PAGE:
Hitting rewind on the spread of pancreatic cancer

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Thought LeadersLinxiang LanStaff ScientistThe Institute of Cancer Research

In this interview, News-Medical speaks to Linxiang Lan, a staff scientist at The Institute of Cancer Research and the lead author of a paper that presents a fundamental discovery that could pave way for new pancreatic cancer treatments. 

Please can you introduce yourself, tell us about your scientific background, and what inspired your latest research?

I'm a staff scientist in the cancer stem cell laboratory at The Institute of Cancer Research, London. I did my Ph.D. at the Max Delbrück Center for Molecular Medicine in Berlin, Germany, from 2009 to 2013. During my Ph.D., I worked on breast cancer, specifically focusing on signaling pathways that control breast cancer development and progression. I then joined Professor Axel Behrens’ lab at The Francis Crick Institute as a post-doc in 2016 and started to work on pancreatic cancer.

In 2020, our lab moved to The Institute of Cancer Research (ICR) in London, and I became a staff scientist. My main scientific interest is in cancer biology. Specifically, I'm very curious about certain questions: when and how do cancer cells acquire aggressive properties, and how do they spread around the body? We know the spread of cancer cells is one of the main reasons causing deaths for cancer patients, including those with pancreatic cancer.

Pancreatic cancer has the lowest survival rates of common cancers. Can you tell us a bit about the epidemiology of pancreatic cancer and the treatment options that are currently available?

Pancreatic cancer is known for its high mortality rate. In the UK, the survival rate is around 7%, which means only 7% of pancreatic patients will survive for five years or more. Every year around 10,000 people are diagnosed with pancreatic cancer in the UK, and more than 9,000 patients die from it. Currently, pancreatic cancer is the fifth major cause of cancer-related deaths in the country.

Image Credit: Kateryna Kon/Shutterstock.com

Image Credit: Kateryna Kon/Shutterstock.com

Currently, the available treatments include surgery, radiation therapy, chemotherapy, targeted therapy, and immune therapy. But the latter two therapies are only used in a very small group of patients. We know that pancreatic cancer is often diagnosed at late stages. That means a lot of patients cannot undergo surgery when they are diagnosed.

The main issues of these therapies, including chemotherapy and radiation therapy, are resistance and relapse, which means cancer often returns after therapy. Also, these therapies have quite considerable toxicity and side effects. So, developing novel therapies, including targeted therapies, is urgently needed for pancreatic cancer.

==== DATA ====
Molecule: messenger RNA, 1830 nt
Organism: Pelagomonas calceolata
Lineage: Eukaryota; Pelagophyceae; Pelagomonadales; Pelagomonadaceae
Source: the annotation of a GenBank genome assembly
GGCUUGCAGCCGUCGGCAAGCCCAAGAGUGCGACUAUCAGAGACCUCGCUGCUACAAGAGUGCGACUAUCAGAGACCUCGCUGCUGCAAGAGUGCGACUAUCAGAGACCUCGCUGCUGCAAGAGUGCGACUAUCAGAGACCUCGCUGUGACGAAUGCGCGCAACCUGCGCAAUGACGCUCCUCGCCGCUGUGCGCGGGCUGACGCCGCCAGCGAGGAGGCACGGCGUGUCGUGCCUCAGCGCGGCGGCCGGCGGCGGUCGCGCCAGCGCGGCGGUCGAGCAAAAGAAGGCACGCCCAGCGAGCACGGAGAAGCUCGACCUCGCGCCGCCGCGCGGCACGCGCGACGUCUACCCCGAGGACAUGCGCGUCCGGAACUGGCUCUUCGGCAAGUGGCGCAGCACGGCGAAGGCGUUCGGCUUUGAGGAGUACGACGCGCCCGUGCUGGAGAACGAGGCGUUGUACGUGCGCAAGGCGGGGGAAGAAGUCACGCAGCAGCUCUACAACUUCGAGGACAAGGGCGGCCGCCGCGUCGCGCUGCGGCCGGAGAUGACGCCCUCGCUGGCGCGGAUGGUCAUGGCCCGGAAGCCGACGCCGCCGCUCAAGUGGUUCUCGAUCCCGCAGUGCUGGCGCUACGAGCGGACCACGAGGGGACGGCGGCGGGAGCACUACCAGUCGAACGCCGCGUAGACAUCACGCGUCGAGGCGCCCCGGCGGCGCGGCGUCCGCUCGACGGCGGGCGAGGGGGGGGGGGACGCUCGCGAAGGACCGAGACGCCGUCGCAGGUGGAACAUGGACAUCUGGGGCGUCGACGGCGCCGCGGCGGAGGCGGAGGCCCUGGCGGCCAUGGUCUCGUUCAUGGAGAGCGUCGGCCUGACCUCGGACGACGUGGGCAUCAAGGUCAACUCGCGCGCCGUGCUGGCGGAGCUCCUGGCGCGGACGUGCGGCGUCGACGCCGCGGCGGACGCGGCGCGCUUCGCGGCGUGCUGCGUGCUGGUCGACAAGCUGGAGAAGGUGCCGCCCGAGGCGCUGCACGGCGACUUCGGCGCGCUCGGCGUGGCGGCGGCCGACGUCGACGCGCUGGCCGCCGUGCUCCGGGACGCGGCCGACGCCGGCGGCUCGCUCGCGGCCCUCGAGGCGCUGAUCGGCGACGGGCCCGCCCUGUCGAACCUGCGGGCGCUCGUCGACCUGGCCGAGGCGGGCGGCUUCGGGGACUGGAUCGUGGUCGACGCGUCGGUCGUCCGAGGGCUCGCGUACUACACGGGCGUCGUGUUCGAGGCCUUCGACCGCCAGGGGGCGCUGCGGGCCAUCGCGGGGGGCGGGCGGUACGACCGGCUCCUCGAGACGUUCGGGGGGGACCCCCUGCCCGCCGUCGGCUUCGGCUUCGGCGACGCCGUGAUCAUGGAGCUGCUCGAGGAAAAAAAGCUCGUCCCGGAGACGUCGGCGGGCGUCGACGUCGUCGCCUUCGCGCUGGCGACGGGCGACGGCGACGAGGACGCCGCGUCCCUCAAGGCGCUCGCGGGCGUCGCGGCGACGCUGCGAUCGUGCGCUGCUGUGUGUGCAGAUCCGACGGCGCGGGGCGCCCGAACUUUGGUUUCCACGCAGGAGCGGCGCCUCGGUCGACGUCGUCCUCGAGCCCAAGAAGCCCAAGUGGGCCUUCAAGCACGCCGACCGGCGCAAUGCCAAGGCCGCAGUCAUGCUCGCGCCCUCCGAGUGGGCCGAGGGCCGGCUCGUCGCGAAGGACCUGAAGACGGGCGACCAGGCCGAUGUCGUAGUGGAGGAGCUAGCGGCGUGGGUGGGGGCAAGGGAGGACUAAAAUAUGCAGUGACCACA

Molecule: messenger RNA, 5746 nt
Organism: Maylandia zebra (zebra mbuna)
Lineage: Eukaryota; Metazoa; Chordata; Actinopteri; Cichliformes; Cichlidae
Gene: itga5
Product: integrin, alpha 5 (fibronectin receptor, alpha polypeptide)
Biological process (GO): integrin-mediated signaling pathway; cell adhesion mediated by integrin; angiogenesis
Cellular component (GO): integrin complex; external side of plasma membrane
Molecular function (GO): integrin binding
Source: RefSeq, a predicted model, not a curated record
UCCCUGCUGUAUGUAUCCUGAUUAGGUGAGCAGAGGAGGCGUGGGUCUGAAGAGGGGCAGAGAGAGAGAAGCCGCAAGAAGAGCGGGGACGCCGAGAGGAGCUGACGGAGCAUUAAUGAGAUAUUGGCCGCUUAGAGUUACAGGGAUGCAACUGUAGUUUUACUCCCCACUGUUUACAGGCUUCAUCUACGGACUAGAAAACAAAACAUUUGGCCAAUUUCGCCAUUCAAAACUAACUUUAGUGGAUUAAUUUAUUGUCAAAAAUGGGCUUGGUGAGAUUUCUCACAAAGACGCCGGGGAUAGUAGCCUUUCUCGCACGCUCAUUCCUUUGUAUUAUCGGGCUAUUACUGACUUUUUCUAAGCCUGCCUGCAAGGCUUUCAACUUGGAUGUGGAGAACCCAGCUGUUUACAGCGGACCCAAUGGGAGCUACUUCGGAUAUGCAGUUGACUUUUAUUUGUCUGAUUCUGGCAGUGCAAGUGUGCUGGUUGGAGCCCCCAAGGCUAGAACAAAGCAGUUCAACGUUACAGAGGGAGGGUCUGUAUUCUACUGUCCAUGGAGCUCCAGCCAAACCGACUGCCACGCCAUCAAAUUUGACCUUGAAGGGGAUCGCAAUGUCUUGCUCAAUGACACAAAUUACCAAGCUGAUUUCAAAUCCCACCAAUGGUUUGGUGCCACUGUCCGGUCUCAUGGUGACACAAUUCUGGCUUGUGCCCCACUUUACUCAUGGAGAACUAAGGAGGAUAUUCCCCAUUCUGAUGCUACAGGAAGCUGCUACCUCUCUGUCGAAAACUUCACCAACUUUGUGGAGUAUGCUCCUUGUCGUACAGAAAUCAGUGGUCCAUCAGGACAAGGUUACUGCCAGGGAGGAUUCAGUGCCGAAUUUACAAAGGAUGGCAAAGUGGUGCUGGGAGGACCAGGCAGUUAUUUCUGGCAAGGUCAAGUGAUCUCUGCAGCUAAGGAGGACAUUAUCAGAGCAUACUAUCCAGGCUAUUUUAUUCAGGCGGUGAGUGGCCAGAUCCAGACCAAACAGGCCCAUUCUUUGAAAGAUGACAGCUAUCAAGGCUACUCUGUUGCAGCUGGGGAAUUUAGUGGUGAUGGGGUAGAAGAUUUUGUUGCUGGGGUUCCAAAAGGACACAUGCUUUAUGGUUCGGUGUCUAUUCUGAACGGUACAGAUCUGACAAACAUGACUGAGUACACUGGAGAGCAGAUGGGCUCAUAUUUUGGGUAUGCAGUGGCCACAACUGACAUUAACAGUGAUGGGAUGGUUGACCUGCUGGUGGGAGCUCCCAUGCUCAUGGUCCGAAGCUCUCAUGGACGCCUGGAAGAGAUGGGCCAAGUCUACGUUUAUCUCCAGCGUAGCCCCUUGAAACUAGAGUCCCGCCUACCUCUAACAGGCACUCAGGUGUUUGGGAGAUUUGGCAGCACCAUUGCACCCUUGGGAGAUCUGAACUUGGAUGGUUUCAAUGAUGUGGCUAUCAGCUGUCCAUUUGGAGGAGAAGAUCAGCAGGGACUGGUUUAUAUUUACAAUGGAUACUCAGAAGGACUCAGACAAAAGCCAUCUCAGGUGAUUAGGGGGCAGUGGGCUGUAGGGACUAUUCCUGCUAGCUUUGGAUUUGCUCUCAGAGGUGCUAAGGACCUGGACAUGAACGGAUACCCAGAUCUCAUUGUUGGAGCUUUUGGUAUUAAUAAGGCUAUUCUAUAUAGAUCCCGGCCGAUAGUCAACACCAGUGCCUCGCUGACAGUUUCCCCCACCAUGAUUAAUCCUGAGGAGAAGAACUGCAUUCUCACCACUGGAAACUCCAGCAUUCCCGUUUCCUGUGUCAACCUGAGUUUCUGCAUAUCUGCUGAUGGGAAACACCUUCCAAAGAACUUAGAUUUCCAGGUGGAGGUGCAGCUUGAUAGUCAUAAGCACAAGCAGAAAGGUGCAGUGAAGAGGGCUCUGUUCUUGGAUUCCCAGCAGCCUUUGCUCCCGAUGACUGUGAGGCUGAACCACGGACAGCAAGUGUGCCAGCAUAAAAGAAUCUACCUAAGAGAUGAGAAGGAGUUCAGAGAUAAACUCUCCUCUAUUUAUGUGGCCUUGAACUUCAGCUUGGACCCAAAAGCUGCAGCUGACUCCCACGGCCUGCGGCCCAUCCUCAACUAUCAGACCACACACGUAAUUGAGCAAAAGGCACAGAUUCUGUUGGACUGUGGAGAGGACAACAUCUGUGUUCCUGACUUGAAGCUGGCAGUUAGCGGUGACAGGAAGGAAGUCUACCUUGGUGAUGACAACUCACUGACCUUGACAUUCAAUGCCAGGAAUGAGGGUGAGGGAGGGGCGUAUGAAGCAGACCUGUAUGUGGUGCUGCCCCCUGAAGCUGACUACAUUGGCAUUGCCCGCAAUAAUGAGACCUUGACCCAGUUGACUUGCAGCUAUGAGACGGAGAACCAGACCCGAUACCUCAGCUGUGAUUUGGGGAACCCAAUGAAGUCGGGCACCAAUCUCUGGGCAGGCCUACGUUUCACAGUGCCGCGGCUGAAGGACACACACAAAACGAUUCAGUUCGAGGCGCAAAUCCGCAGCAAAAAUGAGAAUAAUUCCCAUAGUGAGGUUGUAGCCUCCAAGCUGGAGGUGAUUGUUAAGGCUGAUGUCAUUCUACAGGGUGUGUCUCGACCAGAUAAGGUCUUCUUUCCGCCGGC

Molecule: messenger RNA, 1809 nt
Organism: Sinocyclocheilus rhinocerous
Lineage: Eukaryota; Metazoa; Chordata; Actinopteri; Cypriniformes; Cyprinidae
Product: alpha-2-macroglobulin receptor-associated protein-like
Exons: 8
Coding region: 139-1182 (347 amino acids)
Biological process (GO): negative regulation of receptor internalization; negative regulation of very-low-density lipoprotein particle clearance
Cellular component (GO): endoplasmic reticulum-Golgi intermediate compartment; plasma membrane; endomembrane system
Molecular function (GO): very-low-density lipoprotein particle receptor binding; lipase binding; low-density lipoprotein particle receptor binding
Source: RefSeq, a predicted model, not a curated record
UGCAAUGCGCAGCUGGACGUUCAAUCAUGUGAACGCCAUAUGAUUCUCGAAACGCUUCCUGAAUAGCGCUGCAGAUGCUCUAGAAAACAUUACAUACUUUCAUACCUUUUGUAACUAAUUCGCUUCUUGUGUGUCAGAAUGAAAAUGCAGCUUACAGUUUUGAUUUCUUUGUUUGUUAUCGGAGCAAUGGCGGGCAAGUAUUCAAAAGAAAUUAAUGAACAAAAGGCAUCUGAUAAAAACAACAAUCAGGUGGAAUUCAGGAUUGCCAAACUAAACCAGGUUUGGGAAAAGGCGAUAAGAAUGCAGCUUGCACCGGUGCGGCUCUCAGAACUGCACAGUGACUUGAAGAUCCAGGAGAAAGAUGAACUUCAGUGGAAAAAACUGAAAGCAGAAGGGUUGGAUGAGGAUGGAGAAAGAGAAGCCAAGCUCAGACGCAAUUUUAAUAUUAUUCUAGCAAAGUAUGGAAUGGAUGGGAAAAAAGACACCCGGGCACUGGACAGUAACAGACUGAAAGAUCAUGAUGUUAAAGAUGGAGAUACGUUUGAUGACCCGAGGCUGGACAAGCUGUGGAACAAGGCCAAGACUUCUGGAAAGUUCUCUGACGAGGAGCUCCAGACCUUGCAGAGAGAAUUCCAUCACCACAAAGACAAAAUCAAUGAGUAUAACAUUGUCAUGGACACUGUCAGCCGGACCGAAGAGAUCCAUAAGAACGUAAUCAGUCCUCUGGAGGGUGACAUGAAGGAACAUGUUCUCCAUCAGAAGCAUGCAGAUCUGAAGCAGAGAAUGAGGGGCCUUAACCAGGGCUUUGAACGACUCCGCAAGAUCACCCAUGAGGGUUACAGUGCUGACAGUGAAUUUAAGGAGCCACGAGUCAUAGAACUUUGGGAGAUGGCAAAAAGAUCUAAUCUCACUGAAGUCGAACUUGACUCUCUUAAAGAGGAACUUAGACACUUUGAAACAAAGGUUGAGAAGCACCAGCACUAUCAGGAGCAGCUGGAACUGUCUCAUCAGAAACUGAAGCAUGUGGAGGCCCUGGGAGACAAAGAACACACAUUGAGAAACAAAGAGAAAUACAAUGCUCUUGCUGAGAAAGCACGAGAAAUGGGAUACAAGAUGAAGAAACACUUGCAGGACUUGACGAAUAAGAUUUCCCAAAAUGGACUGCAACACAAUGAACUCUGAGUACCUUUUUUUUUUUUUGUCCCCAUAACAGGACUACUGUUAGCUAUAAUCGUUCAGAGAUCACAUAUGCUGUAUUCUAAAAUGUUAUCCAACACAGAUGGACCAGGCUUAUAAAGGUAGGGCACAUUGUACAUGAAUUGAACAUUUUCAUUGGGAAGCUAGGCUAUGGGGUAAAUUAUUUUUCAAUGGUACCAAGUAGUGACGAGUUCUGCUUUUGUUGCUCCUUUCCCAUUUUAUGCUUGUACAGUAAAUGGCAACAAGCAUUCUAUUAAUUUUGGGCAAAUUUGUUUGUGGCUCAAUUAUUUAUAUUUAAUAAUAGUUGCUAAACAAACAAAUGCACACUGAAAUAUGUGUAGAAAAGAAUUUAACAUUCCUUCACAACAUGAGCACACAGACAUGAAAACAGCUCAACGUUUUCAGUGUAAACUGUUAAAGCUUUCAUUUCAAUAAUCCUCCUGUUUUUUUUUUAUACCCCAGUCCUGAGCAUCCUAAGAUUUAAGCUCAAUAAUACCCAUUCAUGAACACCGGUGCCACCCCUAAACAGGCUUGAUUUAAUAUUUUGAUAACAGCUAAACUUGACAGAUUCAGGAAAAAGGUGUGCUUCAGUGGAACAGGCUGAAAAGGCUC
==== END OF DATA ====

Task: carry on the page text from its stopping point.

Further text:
Prior to your study, what was known about the spread of pancreatic cancer cells, and crucially, what wasn't known?

We know that the spread of cancer cells is one of the main causes of cancer death in many cancer types, including pancreatic cancer. A lot of efforts have been made to study the reason why and how cancer cells spread. But still, the mechanism behind this was largely unknown. For example, many scientists were trying to identify genes controlling metastatic spread. But so far, very few unique genes have been found. Previously, a lot of work has shown that pancreatic cancer is not uniform, but instead, it often contains different cancer cell populations.

For example, many pancreatic cancers contain different epithelial and mesenchymal cancer cell types. Epithelial cell types are often found in cancer in the early stages whereas mesenchymal cancer cell types often become more numerous as the tumor progresses. It's also known that mesenchymal cancer cell types are normally more aggressive and have certain properties that enable them to more easily spread around the body.

Some studies have shown that the epithelial cell types and mesenchymal cell types can be converted between each other within one pancreatic tumor, but how this conversion happens and whether epithelial cancer cell types and mesenchymal cancer cell types communicate with each other were poorly understood. That's why we were focusing on this question, and we aimed to understand the functions of these different cancer cell populations in the spread of pancreatic cancer.

Please tell us how you carried out your research and what were your main findings?

We employed two models; genetic mouse models for pancreatic cancer and mini tumors, which are also called organoids. After switching off a gene encoding a protein called GREM1, we found that most epithelial cancer cell types converted into mesenchymal cancer types, which are much more aggressive and invasive. We also found this rapid switch from epithelial cancer cells into mesenchymal cancer cells caused a dramatic increase in the spread of cancer cells into other parts of the body.

Image Credit: Lightspring/Shutterstock.com

Image Credit: Lightspring/Shutterstock.com

For example, in 90% of mice with GREM1 elimination, cancer spread into the liver. By contrast, in mice with GREM1 working normally, only 15% of cancers spread to the liver. In organoids, we also observed that switching off GREM1 caused cancer cells to switch from epithelial types to mesenchymal types. What's more interesting is that when we boosted GREM1 to a high level, we found that high-level GREM1 can revert mesenchymal cells to epithelial cells. So this means a high level of GREM1 can reverse very aggressive cancer cell types back into a less aggressive form. This is striking because this suggests GREM1 may have a therapeutic value in returning malignant cells to less aggressive cells.